Exercise and nutrition go hand in hand—no matter how much time and energy you channel into one, you won’t get the physical results you’re after without the other.
All bodies reflect the cumulative effect of choices across all aspects of your lifestyle, which is why a healthy body can be difficult for many clients to achieve without a long-term strategy.
Because of this relationship, personal trainers provide clients with nutrition insights to help them reach their fitness goals—whether they’re aiming to lose weight, get fit or build muscle.
Nutrition For Every Stage
1. Before Training Starts
Nutrition plays a key part at every stage of a personal training journey, beginning before clients set foot on the treadmill. As part of developing a program, trainers will first need to conduct a pre-exercise health screening that identifies any risks or barriers to accommodate.
This includes existing unhealthy diets, as well as restricted diets. This can be as simple as gluten-free, or more specific such as FODMAP.
2. Planning A Program
After identifying client goals, personal trainers can assess strengths and weaknesses and tailor programs to clients. Depending on the scope of the training, nutrition programs can vary dramatically.
If the client goal is weight loss, a personal trainer can advise on low calorie, high protein diets that reflect an overall energy deficit.
Alternatively, a muscle growth program might call for a high protein, high carbohydrate diet to be revised after a 12 week cycle.
It’s essential for trainers to provide tips, guidelines and ideas that assists clients to approach their new diet and exercise routine effectively and consistently.
Here are some examples of how personal trainers can address client pain-points:
- If clients are feeling tired throughout the day, it may be appropriate to suggest eating more protein regularly. This could mean 4 small meals throughout the day to avoid snacking.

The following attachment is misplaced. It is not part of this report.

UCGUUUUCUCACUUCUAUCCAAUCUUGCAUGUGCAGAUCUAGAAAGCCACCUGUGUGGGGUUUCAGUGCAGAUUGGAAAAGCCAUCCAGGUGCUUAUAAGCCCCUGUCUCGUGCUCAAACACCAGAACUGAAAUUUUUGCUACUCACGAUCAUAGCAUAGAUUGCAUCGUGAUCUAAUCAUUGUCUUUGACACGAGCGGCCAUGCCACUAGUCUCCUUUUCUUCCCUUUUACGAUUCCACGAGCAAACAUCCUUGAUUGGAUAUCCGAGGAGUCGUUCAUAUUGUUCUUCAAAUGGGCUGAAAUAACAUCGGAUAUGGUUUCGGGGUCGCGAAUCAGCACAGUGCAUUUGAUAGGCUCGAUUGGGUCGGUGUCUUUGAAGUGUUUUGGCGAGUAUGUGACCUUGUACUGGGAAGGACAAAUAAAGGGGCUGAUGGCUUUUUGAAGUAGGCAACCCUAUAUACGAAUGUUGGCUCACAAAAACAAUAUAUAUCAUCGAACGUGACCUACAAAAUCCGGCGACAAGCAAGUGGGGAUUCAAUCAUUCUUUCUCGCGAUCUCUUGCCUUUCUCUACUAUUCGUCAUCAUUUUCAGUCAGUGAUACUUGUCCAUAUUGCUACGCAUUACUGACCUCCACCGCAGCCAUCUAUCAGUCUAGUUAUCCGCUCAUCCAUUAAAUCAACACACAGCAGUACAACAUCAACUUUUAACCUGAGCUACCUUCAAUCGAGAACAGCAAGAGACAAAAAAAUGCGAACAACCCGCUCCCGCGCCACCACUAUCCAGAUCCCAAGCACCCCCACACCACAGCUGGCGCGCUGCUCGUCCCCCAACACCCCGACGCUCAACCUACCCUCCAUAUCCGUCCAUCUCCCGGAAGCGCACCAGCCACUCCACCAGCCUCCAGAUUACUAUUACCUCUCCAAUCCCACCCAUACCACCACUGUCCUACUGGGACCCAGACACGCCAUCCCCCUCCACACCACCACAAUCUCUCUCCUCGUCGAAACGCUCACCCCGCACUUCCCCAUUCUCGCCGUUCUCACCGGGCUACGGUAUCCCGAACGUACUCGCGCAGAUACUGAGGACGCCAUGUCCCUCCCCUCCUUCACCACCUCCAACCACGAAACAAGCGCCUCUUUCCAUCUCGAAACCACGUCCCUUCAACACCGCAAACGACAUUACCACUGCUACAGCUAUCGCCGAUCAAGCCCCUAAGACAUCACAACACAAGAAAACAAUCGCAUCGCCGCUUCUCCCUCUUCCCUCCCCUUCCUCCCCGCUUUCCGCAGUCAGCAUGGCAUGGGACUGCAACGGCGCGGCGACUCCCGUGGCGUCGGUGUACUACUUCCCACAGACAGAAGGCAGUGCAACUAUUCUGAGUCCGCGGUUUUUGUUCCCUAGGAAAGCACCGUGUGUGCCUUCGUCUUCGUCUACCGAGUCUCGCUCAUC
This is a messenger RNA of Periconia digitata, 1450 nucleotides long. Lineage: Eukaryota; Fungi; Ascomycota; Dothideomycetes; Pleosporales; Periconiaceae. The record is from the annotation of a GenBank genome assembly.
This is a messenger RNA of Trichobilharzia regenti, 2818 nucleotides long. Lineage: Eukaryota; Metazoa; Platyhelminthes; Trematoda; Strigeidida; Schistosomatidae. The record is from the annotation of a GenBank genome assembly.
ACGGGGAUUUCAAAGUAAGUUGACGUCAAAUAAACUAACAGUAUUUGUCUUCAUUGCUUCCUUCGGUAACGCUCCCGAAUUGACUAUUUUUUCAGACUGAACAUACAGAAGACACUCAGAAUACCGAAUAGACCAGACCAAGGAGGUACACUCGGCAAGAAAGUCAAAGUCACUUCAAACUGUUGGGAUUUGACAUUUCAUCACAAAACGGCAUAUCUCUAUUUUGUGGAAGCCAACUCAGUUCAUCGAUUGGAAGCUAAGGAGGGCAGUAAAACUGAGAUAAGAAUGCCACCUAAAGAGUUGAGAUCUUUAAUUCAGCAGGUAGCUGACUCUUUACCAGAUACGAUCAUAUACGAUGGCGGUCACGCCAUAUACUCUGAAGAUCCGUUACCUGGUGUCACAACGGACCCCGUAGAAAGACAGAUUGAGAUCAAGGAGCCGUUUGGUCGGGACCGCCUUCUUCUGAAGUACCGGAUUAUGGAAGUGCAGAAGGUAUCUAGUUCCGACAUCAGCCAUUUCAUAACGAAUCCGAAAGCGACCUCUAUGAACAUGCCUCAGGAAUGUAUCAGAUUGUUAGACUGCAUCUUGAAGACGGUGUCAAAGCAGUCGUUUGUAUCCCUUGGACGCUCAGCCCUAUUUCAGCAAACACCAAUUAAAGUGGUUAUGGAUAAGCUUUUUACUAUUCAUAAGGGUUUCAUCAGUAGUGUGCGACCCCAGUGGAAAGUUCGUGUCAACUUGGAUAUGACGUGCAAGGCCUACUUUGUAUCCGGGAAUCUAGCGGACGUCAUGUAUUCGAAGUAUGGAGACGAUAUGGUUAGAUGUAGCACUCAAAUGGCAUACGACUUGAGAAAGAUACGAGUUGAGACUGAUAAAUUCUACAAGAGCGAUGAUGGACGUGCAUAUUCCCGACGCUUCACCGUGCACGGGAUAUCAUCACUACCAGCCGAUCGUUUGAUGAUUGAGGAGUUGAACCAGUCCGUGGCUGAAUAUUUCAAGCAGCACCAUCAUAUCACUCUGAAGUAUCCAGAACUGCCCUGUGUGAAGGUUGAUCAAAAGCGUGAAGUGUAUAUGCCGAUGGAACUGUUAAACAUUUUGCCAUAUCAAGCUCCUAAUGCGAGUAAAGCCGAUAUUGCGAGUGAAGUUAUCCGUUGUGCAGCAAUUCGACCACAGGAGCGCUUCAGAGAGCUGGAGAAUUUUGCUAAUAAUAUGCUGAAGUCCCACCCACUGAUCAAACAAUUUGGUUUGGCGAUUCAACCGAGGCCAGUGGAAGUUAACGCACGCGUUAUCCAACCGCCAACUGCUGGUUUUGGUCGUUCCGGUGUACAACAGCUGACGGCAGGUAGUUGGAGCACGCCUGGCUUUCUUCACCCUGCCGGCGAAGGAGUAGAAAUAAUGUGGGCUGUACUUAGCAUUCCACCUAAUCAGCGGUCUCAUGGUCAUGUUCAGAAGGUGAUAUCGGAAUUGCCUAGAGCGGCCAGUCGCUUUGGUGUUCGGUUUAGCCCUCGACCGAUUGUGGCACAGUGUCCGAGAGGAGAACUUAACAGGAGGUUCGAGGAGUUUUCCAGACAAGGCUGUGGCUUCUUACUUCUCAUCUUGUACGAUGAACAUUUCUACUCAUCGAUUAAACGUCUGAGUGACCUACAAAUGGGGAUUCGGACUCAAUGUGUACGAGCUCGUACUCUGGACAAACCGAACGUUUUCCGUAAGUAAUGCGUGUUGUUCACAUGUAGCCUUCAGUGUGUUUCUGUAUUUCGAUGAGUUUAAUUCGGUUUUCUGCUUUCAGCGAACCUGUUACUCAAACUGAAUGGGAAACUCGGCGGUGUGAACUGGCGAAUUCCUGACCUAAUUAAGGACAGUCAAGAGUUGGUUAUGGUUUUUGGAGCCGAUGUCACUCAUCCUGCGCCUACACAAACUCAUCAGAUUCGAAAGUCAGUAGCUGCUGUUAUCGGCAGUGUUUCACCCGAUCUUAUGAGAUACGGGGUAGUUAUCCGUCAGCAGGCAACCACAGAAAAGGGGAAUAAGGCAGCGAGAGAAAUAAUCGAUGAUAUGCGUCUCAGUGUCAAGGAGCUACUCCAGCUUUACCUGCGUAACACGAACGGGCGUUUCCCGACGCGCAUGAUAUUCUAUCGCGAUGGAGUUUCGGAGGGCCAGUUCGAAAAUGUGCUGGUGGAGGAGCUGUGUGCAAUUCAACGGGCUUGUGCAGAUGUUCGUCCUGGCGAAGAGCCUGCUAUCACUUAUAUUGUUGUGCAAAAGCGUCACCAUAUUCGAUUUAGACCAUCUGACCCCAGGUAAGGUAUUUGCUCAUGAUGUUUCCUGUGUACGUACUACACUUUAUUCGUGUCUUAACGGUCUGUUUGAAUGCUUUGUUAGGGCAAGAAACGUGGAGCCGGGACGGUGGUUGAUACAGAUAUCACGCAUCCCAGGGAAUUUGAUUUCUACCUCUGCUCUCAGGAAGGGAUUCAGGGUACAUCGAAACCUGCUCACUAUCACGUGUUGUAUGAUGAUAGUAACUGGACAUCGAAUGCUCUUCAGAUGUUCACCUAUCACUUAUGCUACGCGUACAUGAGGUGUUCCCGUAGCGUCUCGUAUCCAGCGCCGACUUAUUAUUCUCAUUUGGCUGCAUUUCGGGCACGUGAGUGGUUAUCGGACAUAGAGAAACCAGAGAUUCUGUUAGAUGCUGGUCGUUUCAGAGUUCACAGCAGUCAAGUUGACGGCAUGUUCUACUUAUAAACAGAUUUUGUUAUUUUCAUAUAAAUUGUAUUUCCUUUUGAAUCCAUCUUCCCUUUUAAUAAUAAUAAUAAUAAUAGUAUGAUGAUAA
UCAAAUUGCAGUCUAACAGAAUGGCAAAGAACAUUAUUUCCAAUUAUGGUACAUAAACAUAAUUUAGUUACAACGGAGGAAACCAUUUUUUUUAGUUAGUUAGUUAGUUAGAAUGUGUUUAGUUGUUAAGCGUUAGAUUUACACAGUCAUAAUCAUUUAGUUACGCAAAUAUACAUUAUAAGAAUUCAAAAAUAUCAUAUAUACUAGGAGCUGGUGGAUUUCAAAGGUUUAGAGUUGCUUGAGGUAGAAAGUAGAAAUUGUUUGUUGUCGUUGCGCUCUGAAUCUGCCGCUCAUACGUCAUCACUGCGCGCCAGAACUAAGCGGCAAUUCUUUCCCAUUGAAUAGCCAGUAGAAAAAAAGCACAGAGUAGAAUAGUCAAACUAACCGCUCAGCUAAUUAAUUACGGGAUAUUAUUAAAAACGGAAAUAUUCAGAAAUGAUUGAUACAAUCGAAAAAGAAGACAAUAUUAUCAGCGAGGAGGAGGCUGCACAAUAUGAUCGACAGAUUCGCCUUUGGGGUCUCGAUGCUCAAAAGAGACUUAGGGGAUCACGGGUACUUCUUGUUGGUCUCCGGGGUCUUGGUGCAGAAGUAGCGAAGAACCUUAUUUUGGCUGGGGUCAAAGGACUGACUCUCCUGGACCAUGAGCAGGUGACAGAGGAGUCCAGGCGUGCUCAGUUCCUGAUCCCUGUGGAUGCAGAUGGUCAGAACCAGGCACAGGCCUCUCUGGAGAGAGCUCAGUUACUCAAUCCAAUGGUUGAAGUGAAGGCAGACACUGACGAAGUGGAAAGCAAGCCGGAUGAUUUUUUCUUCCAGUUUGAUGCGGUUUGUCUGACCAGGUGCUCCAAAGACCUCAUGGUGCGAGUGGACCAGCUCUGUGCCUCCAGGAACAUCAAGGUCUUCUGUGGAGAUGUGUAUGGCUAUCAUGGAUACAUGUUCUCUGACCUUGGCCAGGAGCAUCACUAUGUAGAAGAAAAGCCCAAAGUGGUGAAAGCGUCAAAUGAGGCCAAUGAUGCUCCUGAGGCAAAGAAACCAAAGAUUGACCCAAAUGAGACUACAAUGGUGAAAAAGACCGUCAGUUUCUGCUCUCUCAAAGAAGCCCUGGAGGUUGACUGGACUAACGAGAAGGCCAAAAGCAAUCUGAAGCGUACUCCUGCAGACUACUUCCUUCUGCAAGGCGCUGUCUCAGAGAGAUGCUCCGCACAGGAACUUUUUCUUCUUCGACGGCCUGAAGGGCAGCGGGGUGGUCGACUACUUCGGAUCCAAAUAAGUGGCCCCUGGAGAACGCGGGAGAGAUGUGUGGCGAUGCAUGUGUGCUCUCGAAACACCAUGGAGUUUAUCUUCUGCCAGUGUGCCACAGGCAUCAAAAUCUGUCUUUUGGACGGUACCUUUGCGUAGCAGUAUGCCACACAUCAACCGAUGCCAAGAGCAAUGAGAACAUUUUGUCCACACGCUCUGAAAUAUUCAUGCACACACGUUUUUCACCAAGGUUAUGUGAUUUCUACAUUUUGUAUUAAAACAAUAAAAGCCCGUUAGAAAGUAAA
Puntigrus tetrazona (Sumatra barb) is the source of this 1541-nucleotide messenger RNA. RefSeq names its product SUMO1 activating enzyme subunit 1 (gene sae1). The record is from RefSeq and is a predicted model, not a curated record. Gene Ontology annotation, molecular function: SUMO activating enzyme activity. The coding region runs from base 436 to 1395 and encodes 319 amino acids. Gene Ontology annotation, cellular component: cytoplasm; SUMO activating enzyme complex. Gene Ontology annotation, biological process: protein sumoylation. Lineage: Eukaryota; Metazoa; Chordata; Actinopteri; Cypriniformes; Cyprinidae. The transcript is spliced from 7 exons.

- If clients want to be empowered to take a closer look at their diet, provide them with recipes for snacking that detail their micro and macro nutrients, rather than health-based convenience foods.
- On the other hand, if a client is time poor and has money to spend, they may want to outsource their cooking. It’s important to understand the nutritional differences between ready-meal companies, particularly for clients with diet restrictions.
3. Monitoring Progress
Much more than simply designing a plan, personal trainers are responsible for helping clients adhere to it. This including using a personal training client tracking sheet. If a client doesn’t see the results they expect, trainers will be able to use the sheet to provide general advice, such as:
- Opting for foods low in sugar and saturated fats
- Caffeine substitutes and water intake requirements
- Reducing portions incrementally to prevent feelings of hunger
- Choosing complex carbohydrates to keep feeling full for longer
If clients want to learn more, trainers can advise them to take a more proactive approach to their health with a nutrition course or online fitness course.